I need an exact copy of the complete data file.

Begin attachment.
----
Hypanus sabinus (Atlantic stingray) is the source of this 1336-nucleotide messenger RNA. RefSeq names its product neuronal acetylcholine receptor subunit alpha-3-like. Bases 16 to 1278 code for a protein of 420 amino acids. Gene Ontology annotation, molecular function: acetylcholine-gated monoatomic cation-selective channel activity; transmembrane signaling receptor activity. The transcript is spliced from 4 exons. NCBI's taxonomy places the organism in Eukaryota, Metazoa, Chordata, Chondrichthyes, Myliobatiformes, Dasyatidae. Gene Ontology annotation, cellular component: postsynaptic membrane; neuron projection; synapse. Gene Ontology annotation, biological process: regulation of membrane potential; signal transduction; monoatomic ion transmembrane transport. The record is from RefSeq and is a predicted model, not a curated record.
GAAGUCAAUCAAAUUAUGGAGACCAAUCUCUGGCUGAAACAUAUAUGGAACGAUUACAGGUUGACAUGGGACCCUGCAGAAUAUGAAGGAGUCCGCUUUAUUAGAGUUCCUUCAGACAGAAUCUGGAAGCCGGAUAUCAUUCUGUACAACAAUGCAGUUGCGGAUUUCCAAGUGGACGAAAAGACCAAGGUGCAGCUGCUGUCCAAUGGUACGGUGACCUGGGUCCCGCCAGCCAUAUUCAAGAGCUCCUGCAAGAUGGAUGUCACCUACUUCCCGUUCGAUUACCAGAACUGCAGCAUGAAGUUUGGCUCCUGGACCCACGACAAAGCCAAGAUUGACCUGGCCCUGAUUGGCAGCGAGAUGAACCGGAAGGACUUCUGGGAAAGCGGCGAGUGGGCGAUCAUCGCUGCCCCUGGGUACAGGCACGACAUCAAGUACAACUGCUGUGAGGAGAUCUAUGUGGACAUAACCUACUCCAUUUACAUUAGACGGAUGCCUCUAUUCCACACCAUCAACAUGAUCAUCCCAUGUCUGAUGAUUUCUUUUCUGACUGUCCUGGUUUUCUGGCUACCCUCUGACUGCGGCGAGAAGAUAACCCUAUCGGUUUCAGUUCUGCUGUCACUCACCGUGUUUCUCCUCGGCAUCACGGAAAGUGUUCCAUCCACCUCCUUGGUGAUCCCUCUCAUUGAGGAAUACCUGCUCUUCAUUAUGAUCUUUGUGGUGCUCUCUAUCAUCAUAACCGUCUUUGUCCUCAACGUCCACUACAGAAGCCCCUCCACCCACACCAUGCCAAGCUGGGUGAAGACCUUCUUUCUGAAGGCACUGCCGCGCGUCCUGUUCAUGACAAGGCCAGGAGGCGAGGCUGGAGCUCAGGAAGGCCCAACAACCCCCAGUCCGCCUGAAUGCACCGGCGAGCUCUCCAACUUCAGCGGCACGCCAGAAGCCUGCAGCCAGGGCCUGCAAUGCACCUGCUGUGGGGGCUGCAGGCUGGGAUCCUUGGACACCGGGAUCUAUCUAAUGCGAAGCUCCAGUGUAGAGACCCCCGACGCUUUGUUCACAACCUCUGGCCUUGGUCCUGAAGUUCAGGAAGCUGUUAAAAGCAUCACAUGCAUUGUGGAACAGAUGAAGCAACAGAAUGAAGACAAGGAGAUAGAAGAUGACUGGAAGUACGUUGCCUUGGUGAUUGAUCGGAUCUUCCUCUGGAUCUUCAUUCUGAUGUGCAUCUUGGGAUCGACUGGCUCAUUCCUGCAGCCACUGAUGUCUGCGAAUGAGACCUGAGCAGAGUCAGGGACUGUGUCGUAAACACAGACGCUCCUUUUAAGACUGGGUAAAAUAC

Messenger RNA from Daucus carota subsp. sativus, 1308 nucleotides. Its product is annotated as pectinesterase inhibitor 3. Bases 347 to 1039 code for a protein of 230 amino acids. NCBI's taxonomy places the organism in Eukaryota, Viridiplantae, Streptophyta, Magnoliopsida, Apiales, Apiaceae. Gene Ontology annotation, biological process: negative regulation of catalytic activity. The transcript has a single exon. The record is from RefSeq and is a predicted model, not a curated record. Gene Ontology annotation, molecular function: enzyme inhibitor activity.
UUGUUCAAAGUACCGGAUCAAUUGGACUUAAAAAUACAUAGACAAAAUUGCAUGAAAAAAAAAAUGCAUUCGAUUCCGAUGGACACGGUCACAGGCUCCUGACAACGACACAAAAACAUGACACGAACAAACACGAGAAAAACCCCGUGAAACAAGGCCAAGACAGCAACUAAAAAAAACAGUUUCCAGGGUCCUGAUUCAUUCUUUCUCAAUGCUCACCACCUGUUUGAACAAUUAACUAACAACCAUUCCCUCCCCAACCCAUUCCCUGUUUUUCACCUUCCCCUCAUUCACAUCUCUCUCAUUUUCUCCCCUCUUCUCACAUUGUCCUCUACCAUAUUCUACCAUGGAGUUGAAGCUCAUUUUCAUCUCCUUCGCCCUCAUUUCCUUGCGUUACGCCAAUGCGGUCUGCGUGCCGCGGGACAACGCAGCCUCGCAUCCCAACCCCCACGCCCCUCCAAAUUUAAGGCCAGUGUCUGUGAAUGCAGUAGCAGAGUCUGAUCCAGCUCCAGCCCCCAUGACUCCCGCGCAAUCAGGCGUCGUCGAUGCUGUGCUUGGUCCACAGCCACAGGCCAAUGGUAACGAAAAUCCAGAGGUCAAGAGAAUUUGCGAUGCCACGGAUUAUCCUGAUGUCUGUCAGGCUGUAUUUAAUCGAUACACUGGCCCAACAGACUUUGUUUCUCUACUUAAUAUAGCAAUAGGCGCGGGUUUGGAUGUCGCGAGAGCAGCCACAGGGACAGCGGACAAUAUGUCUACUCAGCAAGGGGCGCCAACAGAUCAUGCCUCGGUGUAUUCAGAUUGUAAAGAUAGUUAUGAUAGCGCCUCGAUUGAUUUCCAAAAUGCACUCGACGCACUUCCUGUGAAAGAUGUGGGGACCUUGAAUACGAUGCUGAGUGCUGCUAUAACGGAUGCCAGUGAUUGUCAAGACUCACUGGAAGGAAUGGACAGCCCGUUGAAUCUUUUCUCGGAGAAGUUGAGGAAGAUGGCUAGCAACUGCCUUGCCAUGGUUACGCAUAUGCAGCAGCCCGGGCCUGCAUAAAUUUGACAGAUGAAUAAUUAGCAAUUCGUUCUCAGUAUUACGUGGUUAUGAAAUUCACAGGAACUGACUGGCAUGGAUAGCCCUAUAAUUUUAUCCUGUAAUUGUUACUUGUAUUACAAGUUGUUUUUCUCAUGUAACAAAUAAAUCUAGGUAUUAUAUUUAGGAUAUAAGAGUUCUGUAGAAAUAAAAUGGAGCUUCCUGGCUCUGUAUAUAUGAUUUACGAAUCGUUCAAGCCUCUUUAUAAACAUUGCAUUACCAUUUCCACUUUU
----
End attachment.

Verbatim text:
Hypanus sabinus (Atlantic stingray) is the source of this 1336-nucleotide messenger RNA. RefSeq names its product neuronal acetylcholine receptor subunit alpha-3-like. Bases 16 to 1278 code for a protein of 420 amino acids. Gene Ontology annotation, molecular function: acetylcholine-gated monoatomic cation-selective channel activity; transmembrane signaling receptor activity. The transcript is spliced from 4 exons. NCBI's taxonomy places the organism in Eukaryota, Metazoa, Chordata, Chondrichthyes, Myliobatiformes, Dasyatidae. Gene Ontology annotation, cellular component: postsynaptic membrane; neuron projection; synapse. Gene Ontology annotation, biological process: regulation of membrane potential; signal transduction; monoatomic ion transmembrane transport. The record is from RefSeq and is a predicted model, not a curated record.
GAAGUCAAUCAAAUUAUGGAGACCAAUCUCUGGCUGAAACAUAUAUGGAACGAUUACAGGUUGACAUGGGACCCUGCAGAAUAUGAAGGAGUCCGCUUUAUUAGAGUUCCUUCAGACAGAAUCUGGAAGCCGGAUAUCAUUCUGUACAACAAUGCAGUUGCGGAUUUCCAAGUGGACGAAAAGACCAAGGUGCAGCUGCUGUCCAAUGGUACGGUGACCUGGGUCCCGCCAGCCAUAUUCAAGAGCUCCUGCAAGAUGGAUGUCACCUACUUCCCGUUCGAUUACCAGAACUGCAGCAUGAAGUUUGGCUCCUGGACCCACGACAAAGCCAAGAUUGACCUGGCCCUGAUUGGCAGCGAGAUGAACCGGAAGGACUUCUGGGAAAGCGGCGAGUGGGCGAUCAUCGCUGCCCCUGGGUACAGGCACGACAUCAAGUACAACUGCUGUGAGGAGAUCUAUGUGGACAUAACCUACUCCAUUUACAUUAGACGGAUGCCUCUAUUCCACACCAUCAACAUGAUCAUCCCAUGUCUGAUGAUUUCUUUUCUGACUGUCCUGGUUUUCUGGCUACCCUCUGACUGCGGCGAGAAGAUAACCCUAUCGGUUUCAGUUCUGCUGUCACUCACCGUGUUUCUCCUCGGCAUCACGGAAAGUGUUCCAUCCACCUCCUUGGUGAUCCCUCUCAUUGAGGAAUACCUGCUCUUCAUUAUGAUCUUUGUGGUGCUCUCUAUCAUCAUAACCGUCUUUGUCCUCAACGUCCACUACAGAAGCCCCUCCACCCACACCAUGCCAAGCUGGGUGAAGACCUUCUUUCUGAAGGCACUGCCGCGCGUCCUGUUCAUGACAAGGCCAGGAGGCGAGGCUGGAGCUCAGGAAGGCCCAACAACCCCCAGUCCGCCUGAAUGCACCGGCGAGCUCUCCAACUUCAGCGGCACGCCAGAAGCCUGCAGCCAGGGCCUGCAAUGCACCUGCUGUGGGGGCUGCAGGCUGGGAUCCUUGGACACCGGGAUCUAUCUAAUGCGAAGCUCCAGUGUAGAGACCCCCGACGCUUUGUUCACAACCUCUGGCCUUGGUCCUGAAGUUCAGGAAGCUGUUAAAAGCAUCACAUGCAUUGUGGAACAGAUGAAGCAACAGAAUGAAGACAAGGAGAUAGAAGAUGACUGGAAGUACGUUGCCUUGGUGAUUGAUCGGAUCUUCCUCUGGAUCUUCAUUCUGAUGUGCAUCUUGGGAUCGACUGGCUCAUUCCUGCAGCCACUGAUGUCUGCGAAUGAGACCUGAGCAGAGUCAGGGACUGUGUCGUAAACACAGACGCUCCUUUUAAGACUGGGUAAAAUAC

Messenger RNA from Daucus carota subsp. sativus, 1308 nucleotides. Its product is annotated as pectinesterase inhibitor 3. Bases 347 to 1039 code for a protein of 230 amino acids. NCBI's taxonomy places the organism in Eukaryota, Viridiplantae, Streptophyta, Magnoliopsida, Apiales, Apiaceae. Gene Ontology annotation, biological process: negative regulation of catalytic activity. The transcript has a single exon. The record is from RefSeq and is a predicted model, not a curated record. Gene Ontology annotation, molecular function: enzyme inhibitor activity.
UUGUUCAAAGUACCGGAUCAAUUGGACUUAAAAAUACAUAGACAAAAUUGCAUGAAAAAAAAAAUGCAUUCGAUUCCGAUGGACACGGUCACAGGCUCCUGACAACGACACAAAAACAUGACACGAACAAACACGAGAAAAACCCCGUGAAACAAGGCCAAGACAGCAACUAAAAAAAACAGUUUCCAGGGUCCUGAUUCAUUCUUUCUCAAUGCUCACCACCUGUUUGAACAAUUAACUAACAACCAUUCCCUCCCCAACCCAUUCCCUGUUUUUCACCUUCCCCUCAUUCACAUCUCUCUCAUUUUCUCCCCUCUUCUCACAUUGUCCUCUACCAUAUUCUACCAUGGAGUUGAAGCUCAUUUUCAUCUCCUUCGCCCUCAUUUCCUUGCGUUACGCCAAUGCGGUCUGCGUGCCGCGGGACAACGCAGCCUCGCAUCCCAACCCCCACGCCCCUCCAAAUUUAAGGCCAGUGUCUGUGAAUGCAGUAGCAGAGUCUGAUCCAGCUCCAGCCCCCAUGACUCCCGCGCAAUCAGGCGUCGUCGAUGCUGUGCUUGGUCCACAGCCACAGGCCAAUGGUAACGAAAAUCCAGAGGUCAAGAGAAUUUGCGAUGCCACGGAUUAUCCUGAUGUCUGUCAGGCUGUAUUUAAUCGAUACACUGGCCCAACAGACUUUGUUUCUCUACUUAAUAUAGCAAUAGGCGCGGGUUUGGAUGUCGCGAGAGCAGCCACAGGGACAGCGGACAAUAUGUCUACUCAGCAAGGGGCGCCAACAGAUCAUGCCUCGGUGUAUUCAGAUUGUAAAGAUAGUUAUGAUAGCGCCUCGAUUGAUUUCCAAAAUGCACUCGACGCACUUCCUGUGAAAGAUGUGGGGACCUUGAAUACGAUGCUGAGUGCUGCUAUAACGGAUGCCAGUGAUUGUCAAGACUCACUGGAAGGAAUGGACAGCCCGUUGAAUCUUUUCUCGGAGAAGUUGAGGAAGAUGGCUAGCAACUGCCUUGCCAUGGUUACGCAUAUGCAGCAGCCCGGGCCUGCAUAAAUUUGACAGAUGAAUAAUUAGCAAUUCGUUCUCAGUAUUACGUGGUUAUGAAAUUCACAGGAACUGACUGGCAUGGAUAGCCCUAUAAUUUUAUCCUGUAAUUGUUACUUGUAUUACAAGUUGUUUUUCUCAUGUAACAAAUAAAUCUAGGUAUUAUAUUUAGGAUAUAAGAGUUCUGUAGAAAUAAAAUGGAGCUUCCUGGCUCUGUAUAUAUGAUUUACGAAUCGUUCAAGCCUCUUUAUAAACAUUGCAUUACCAUUUCCACUUUU